It's Back To The Drawing Board For Maple Leafs on The Way To The Cup

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It's Back To The Drawing Board For Maple Leafs on The Way To The Cup
(Photo by Abelimages/Getty Images)

Back in the day, Leafs fans could not lament the choices made by the vaunted (venerable) GMs.  The team laced up the skates and fought the battles on the ice they needed to, in the corners, along the boards and in front of the net.  In the wake of winning the Cup, and expansion, fans have waited patiently for the alchemists at the top to bring together the necessary ingredients and for the formula to do its magic.

Let's take a look not at the examples set by Wendel or Doug, or those before or after who have earnestly tried, but let's for a moment take a look at Dan Daoust.  A player Toronto snagged from Montreal.  The pundits said he was too small to play in the NHL.  Keep in mind this was an era of clutching and grabbing.  Today, the rules have been changed to make room for small (and big) and gifted players.

Daoust, managed to survive 8 seasons with the Leafs, and to say he was a fan favourite would be an understatement.  He was "small" but played with heart, with grit and with a determination that only Brian Burke can wish for right now from his new acquisitions.  It's cliche to note that when the Leafs played the Caps the team left their truculence on the bus or they checked it at customs and left it behind.

There was no ferocity last night displayed from the boys in blue, and certainly not to be found on the blue line.  Aggressive play was to be a hallmark of the Leafs team this season.  Burke said so.  Fans have been led to believe the Leafs would be filled with a tenacity, bordering on cruelty, never before witnessed in Toronto.  Dan Daoust on his worst night showed more truculence than Francois Beauchemin has.

Beacuchemin was and is supposed to be a leader.  He is supposed to lead by example, and set the tone, and behind closed doors he was assigned an "A" for his efforts and expertise, and experience.  The Leafs and Beauchemin fell short in their effort against the Caps, and lost an incredibly disappointing game.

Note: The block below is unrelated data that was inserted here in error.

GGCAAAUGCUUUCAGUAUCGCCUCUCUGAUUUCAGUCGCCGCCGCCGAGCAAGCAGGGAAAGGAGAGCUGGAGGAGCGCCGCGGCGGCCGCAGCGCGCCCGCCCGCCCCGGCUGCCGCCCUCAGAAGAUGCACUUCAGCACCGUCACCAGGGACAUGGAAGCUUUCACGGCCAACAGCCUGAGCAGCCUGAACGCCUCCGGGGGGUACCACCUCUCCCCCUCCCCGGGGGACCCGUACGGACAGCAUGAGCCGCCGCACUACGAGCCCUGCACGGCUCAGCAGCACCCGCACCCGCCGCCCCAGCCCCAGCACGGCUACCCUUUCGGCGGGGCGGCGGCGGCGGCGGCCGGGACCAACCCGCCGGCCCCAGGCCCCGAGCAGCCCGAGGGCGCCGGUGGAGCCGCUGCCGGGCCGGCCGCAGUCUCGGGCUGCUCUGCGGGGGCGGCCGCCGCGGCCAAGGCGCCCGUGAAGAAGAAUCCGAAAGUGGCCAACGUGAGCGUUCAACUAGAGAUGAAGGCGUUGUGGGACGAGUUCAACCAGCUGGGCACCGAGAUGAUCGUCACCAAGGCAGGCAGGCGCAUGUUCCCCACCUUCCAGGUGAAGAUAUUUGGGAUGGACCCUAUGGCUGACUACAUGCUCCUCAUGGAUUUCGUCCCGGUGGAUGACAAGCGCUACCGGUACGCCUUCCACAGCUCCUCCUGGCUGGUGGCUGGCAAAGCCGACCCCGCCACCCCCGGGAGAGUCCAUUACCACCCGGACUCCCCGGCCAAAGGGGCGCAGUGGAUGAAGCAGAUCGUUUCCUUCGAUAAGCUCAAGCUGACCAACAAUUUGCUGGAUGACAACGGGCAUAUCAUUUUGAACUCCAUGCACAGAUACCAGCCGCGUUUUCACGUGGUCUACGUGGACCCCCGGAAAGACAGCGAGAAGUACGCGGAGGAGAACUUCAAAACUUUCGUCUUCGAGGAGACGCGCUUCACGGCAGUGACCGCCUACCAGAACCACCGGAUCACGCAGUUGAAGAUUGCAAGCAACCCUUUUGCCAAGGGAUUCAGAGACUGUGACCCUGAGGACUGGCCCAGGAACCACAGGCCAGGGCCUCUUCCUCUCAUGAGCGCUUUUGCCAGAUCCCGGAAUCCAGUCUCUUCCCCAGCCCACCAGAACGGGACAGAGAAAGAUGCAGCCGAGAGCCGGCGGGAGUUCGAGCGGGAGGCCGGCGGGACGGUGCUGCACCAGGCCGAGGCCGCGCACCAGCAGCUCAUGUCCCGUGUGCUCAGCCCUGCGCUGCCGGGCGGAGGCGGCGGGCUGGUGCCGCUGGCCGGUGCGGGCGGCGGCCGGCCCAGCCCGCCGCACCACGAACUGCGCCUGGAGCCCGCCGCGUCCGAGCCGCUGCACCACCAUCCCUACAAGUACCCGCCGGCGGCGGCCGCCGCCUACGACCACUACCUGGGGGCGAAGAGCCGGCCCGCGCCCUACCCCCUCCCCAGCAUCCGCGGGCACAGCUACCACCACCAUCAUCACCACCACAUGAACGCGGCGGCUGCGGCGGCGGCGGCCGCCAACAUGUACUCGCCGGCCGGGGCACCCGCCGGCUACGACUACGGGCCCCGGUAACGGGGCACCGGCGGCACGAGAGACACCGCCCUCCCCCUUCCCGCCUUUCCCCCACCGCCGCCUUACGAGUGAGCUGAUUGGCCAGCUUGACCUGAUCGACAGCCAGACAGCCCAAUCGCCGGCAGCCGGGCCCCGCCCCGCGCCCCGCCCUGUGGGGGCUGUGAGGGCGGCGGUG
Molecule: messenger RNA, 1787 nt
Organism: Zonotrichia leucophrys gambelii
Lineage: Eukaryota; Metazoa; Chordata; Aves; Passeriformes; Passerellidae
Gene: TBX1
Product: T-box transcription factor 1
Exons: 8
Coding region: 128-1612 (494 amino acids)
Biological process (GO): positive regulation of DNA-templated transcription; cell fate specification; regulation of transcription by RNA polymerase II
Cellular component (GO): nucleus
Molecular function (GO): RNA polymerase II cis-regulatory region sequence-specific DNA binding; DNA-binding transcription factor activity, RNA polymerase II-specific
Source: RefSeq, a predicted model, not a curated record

There were bright spots against the Caps, however.  So, here's the good, the bad and the ugly.  The good is obvious: if Vesa Toskala had not let in three goals the Leafs would have won the game.  The bad?  Coach Wilson's decision to start Toskala.  But the ugly is reserved for Beauchemin.  Garnet Exelby is somewhat excused from his wanderings, his hit hunts, but Beauchemin cannot be excused.

The changes simply required are (and were made) to provide fans a team that plays with heart night after night, which in hockey means shift after shift, to show some emotion, some desire to score and win, to win shifts, periods, games and The Cup. 

Okay, perhaps Wilson still hasn't had enough time to evaluate all the new players on the bench, while adequately balancing the desire of the eager youngsters, so admittedly the towel won't be thrown in any time soon to save Toskala from his ultimate demotion and eventual trade.

It's been a slow start but Toronto won the third period... by scoring three goals and not letting any in.  Up front, Rickard Wallin is looking good early, as is John Mitchell, and Mikhail Grabovski is showing some flash.  Jamal Mayers is not, frankly, and neither is the defense core, with the exception of hardened vets Luke Schenn and Ian White. 

Colton Orr had better step up to the plate soon.  After all, if the Team is admittedly expected to lose, as Dan Daoust's teams were too, then at least make it an entertaining loss for the fans during this rebuilding phase and, for those players who expect to sit on the bench for most of the game, like Orr, then at least get the adrenals pumping and show the fans (who fill MLSE coffers and actually pay the players for the privilege of wearing the Leafs jersey) what the word truculence means.

Know thyself.  Lead by example.  Show some excitement, some passion.  Please.  Get the job done: in the corners, along the boards and in front of the net... just like Dan Daoust did, shift after shift and night after night.

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